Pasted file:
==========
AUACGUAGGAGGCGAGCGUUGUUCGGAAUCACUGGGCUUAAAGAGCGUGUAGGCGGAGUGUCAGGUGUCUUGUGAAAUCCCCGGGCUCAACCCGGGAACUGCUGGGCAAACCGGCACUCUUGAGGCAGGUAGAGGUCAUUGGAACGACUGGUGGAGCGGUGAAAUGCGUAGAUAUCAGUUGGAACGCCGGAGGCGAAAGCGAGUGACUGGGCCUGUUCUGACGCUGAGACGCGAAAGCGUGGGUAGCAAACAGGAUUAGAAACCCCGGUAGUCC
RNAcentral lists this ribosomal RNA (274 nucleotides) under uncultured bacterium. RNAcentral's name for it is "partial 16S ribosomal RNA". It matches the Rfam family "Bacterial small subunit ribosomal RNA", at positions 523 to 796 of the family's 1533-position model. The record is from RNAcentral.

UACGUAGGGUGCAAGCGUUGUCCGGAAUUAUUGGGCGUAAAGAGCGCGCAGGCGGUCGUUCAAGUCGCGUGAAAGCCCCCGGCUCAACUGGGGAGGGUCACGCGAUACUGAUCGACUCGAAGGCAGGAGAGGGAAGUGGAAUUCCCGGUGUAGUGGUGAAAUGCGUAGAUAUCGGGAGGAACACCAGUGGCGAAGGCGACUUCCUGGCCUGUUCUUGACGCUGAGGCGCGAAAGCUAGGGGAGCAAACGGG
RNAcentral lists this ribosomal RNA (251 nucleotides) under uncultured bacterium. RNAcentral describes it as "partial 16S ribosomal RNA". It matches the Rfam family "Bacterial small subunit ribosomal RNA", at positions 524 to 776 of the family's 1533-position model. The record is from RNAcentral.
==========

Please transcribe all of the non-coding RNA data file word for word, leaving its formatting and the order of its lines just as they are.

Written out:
AUACGUAGGAGGCGAGCGUUGUUCGGAAUCACUGGGCUUAAAGAGCGUGUAGGCGGAGUGUCAGGUGUCUUGUGAAAUCCCCGGGCUCAACCCGGGAACUGCUGGGCAAACCGGCACUCUUGAGGCAGGUAGAGGUCAUUGGAACGACUGGUGGAGCGGUGAAAUGCGUAGAUAUCAGUUGGAACGCCGGAGGCGAAAGCGAGUGACUGGGCCUGUUCUGACGCUGAGACGCGAAAGCGUGGGUAGCAAACAGGAUUAGAAACCCCGGUAGUCC
RNAcentral lists this ribosomal RNA (274 nucleotides) under uncultured bacterium. RNAcentral's name for it is "partial 16S ribosomal RNA". It matches the Rfam family "Bacterial small subunit ribosomal RNA", at positions 523 to 796 of the family's 1533-position model. The record is from RNAcentral.

UACGUAGGGUGCAAGCGUUGUCCGGAAUUAUUGGGCGUAAAGAGCGCGCAGGCGGUCGUUCAAGUCGCGUGAAAGCCCCCGGCUCAACUGGGGAGGGUCACGCGAUACUGAUCGACUCGAAGGCAGGAGAGGGAAGUGGAAUUCCCGGUGUAGUGGUGAAAUGCGUAGAUAUCGGGAGGAACACCAGUGGCGAAGGCGACUUCCUGGCCUGUUCUUGACGCUGAGGCGCGAAAGCUAGGGGAGCAAACGGG
RNAcentral lists this ribosomal RNA (251 nucleotides) under uncultured bacterium. RNAcentral describes it as "partial 16S ribosomal RNA". It matches the Rfam family "Bacterial small subunit ribosomal RNA", at positions 524 to 776 of the family's 1533-position model. The record is from RNAcentral.